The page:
Since the financial crisis of 2008, the mortgage servicing industry has gotten significantly more complicated, competitive and costly. According to the Urban Institute, the cost to service a performing loan has effectively tripled, from $59 per loan in 2008 to $181 in 2015. Servicing a nonperforming loan is five times as expensive, rising from $482 per loan to $2,386 per loan.
Post Dodd-Frank, mortgage loan servicers, holding over $10 trillion in contracts, now face heightened attention from state and federal regulators, and compliance is top of mind for every executive.
As lenders and banks continue to look for ways to reduce their leverage and risk by selling mortgage servicing rights, subservicers will play a larger role in the overall mortgage market. But what should mortgage executives look for in a subservicing partner? A forward-thinking attitude regarding new technologies? Innovative team? A focus on developing quality, long-lasting customer relationships? Air-tight quality control and compliance, along with a sterling reputation with agency partners and regulators?
In a word, yes.
While their role in the mortgage industry is often overlooked and doesn’t always grab headlines, quality subservicers help keep delinquency rates low and ensure lenders have a secure and stable source of capital for new loans. Bad loan performance threatens liquidity more than almost any other market factor. Subservicers are also crucial players for consumers, considering they manage what is likely their largest asset, and a key cog in the overall health of the neighborhood and surrounding community.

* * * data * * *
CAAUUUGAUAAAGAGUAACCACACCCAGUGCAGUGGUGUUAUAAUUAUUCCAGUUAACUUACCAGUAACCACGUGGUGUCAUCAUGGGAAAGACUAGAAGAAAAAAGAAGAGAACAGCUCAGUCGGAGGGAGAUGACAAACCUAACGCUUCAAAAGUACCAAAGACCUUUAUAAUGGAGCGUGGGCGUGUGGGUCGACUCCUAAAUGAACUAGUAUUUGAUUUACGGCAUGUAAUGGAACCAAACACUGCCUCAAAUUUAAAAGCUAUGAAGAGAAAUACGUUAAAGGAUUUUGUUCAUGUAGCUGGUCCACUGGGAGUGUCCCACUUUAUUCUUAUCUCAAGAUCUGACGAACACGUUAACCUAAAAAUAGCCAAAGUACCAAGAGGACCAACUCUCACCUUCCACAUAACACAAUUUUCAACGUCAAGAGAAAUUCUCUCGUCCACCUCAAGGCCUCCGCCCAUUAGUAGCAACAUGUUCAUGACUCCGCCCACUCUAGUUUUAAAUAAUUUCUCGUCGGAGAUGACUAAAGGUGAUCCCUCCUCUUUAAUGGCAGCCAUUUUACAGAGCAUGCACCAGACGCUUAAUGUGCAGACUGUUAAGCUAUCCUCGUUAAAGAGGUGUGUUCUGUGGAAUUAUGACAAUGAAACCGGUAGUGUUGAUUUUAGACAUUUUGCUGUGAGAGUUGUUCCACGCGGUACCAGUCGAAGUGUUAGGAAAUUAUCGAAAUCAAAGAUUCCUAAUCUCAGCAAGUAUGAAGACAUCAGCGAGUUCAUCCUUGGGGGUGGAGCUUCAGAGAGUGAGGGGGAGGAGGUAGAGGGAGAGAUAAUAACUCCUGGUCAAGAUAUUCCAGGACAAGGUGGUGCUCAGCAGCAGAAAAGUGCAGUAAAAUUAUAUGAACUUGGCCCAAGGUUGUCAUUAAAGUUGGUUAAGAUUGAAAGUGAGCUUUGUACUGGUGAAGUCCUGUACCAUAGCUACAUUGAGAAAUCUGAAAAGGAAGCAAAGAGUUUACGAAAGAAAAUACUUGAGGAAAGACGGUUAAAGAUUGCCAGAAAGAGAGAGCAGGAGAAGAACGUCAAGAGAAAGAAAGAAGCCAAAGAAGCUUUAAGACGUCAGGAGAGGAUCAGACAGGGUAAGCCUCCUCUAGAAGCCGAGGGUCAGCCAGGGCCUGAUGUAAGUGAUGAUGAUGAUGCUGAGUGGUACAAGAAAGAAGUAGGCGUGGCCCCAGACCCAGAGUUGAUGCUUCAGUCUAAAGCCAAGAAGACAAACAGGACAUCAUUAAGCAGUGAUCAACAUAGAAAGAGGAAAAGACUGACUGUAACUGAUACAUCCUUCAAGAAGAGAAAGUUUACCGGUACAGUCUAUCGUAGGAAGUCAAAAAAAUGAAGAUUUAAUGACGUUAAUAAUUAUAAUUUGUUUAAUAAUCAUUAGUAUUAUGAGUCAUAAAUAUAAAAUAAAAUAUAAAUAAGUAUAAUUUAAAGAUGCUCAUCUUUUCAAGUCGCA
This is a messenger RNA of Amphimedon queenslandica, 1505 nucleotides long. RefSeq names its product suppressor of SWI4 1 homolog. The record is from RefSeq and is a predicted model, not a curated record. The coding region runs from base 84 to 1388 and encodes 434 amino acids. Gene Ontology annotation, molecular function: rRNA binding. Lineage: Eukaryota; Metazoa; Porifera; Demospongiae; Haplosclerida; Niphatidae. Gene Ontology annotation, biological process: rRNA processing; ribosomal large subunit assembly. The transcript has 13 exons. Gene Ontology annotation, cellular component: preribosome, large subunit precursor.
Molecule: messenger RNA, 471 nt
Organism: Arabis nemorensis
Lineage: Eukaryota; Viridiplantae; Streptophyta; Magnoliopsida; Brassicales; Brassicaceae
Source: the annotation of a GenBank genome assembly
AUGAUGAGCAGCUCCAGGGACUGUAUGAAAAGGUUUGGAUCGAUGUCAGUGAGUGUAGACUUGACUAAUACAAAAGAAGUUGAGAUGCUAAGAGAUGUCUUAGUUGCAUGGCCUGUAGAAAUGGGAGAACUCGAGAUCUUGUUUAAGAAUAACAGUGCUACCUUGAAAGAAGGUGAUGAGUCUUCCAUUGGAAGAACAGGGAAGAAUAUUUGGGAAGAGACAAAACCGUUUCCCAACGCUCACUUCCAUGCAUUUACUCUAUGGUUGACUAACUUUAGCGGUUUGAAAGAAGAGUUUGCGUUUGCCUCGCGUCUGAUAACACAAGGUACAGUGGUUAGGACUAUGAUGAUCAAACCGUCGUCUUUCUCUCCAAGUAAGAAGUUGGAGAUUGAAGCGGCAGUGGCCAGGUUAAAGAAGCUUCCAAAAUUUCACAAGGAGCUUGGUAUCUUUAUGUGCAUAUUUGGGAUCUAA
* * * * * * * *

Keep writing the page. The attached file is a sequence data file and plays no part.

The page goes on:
With that in mind, when contracts near expiration and lenders begin to look for a subservicing partner, it is important to remember that a good subservicer does more than just reduce delinquencies. Great service helps create customers for life – those who will return for a refinance or their next purchase loan. Additionally, better loan performance enhances the value of the loan on the secondary market, improving the value of the lender’s assets.
What are the most important qualities to look for in choosing a subservicing partner? While not exhaustive, here are a few items for your checklist:
Performance and culture
This much is obvious – the company must be able to successfully take care of your customers and your assets. There are a variety of specific metrics you can take advantage of to get a clear picture, including loan performance (delinquency and cure rates), third-party performance scorecards, accounting reviews, and customer service reviews.
Specifically, make sure you examine a subservicer’s record on key customer-centric data points, such as the average speed to answer an inbound call (60 seconds or less) and call abandonment rate (5% or less).